(c) There is the joy of Christian work and witness. There is joy in the sight of God in action. The Seventy re­turned with joy, because the devils were vanquished at the name of Christ (Luke10:17). At the sight of Jesus’ wonder­ful works people rejoiced because of the glorious things that were done by him (Luke 13.17; 19.37).

There is joy in the sight of the spread of the gospel. Barnabas was glad when he saw the Gentiles gathered in at Antioch (Acts 11.23). The tale of the spread of the gospel brought great joy to the brethren (Acts 15.3). The gospel is the last thing which any Christian wants to keep to himself. The further it spreads and the more who share it, the greater his joy. There is the joy of the teacher and the preacher in the Christian progress of his people. The news of the obedience of the Christians in Rome has spread abroad and Paul is glad on their behalf (Rom.16:19).

The unity of the congregation is the joy of the pastor (Phil. 2.2). Even in his absence Paul rejoices at the steadfastness of the Christians at Colossae and the progress of the Christians at Thes­salonica (Col. 2.5; I Thess. 3.9). John rejoices when his children walk in the truth (II John 4). `No greater joy,’ he says, ‘can I have than this, to hear that my children follow the truth’ (III John 4).

It must never be forgotten that, as the New Testament sees it, the object of all Christian preaching is to bring men joy. ‘These things have I spoken to you,’ said Jesus, ‘that my joy may be in you, and that your joy may be full’ (John 15.11). Jesus’ object in speaking to his disciples was that they might have his joy fulfilled in themselves (John 17.13).

John’s aim in writing to his people was that his and their joy might be complete (I John 1.4). It is Paul’s desire for the Corinthians that he may work with them for their joy (II Cor. 1.24). Paul would wish to be spared for a little while longer that he may help the Philippians in their pro­gress and joy in the faith (Phil. 1.25).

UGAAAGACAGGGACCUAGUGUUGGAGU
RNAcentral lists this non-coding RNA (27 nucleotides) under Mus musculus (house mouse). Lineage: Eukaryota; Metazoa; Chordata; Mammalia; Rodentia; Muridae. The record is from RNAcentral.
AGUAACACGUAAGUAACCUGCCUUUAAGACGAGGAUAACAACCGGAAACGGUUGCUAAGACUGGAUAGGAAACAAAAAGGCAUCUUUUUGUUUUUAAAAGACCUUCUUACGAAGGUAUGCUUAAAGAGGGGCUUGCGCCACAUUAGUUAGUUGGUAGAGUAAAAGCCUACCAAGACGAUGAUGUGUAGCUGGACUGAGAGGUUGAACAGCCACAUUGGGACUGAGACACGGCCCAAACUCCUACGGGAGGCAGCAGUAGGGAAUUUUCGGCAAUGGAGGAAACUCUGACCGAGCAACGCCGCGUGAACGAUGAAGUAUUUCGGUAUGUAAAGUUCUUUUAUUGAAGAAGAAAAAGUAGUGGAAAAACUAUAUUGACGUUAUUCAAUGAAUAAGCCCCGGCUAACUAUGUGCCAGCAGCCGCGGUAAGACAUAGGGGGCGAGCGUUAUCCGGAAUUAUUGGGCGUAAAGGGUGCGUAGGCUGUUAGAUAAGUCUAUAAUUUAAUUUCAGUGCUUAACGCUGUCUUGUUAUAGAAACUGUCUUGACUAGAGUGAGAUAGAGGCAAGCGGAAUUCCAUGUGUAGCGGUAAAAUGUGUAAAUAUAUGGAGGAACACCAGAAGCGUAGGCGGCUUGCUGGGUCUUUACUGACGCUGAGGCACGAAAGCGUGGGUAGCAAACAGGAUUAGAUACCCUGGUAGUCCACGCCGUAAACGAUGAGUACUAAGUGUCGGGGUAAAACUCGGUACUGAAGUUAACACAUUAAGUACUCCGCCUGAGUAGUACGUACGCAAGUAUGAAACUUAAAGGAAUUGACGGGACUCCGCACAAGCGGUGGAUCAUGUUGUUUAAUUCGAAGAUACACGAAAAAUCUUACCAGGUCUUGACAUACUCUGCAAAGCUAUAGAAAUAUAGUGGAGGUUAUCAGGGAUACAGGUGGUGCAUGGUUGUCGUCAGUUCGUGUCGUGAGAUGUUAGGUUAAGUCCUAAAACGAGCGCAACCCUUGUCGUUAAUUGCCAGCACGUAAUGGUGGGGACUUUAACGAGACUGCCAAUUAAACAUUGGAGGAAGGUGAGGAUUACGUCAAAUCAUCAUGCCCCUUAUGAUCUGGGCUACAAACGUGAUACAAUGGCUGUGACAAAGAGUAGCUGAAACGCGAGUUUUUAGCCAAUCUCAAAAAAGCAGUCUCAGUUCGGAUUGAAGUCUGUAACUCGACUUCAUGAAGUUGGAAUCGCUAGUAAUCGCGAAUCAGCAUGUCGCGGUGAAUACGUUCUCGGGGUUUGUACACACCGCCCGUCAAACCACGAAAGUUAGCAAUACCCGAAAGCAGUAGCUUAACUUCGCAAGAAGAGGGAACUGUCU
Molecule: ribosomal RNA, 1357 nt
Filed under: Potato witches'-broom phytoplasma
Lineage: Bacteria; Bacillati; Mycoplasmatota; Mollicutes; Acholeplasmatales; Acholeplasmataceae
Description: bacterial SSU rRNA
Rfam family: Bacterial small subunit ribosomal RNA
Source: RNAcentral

It may be that a preacher has to awaken sorrow and penitence in his people; it may be that he has to awaken fear within their hearts; it may be that he has to rouse them to self‑loathing, and to humiliation. But no Christian sermon can ever end there. The sermon which leaves a man in dark despair is not a Christian sermon, for after the shame and the humiliation of penitence there must be the joy of forgiveness claimed and the love of God experienced. No man should ever rise from a Christian service without the possibility of joy flaming and blazing before him.

Stanley Jones tells of Rufus Moseley ‘the most bubbling Christian’ he ever knew. Someone said of him: ‘The first time I heard him I thought he was crazy, but the second time I heard him I knew he was crazy.’ Someone once asked Mosely if he thought that Jesus ever laughed. ‘I don’t know,’ he said, ‘but he certainly fixed me up so I can laugh.’

It may be that in the end of the day the greatest of all will be the joy in the people whom we have brought to Jesus Christ. To Paul it is the Philippians and the Thes­salonians who are his joy and his crown (Phil. 4.1; I Thess. 2.19, 2o). The writer to the Hebrews urges those who are set in leadership and authority to be so faithful to their trust that they may render account at the end of the day not with grief but with joy (Heb. 13.10.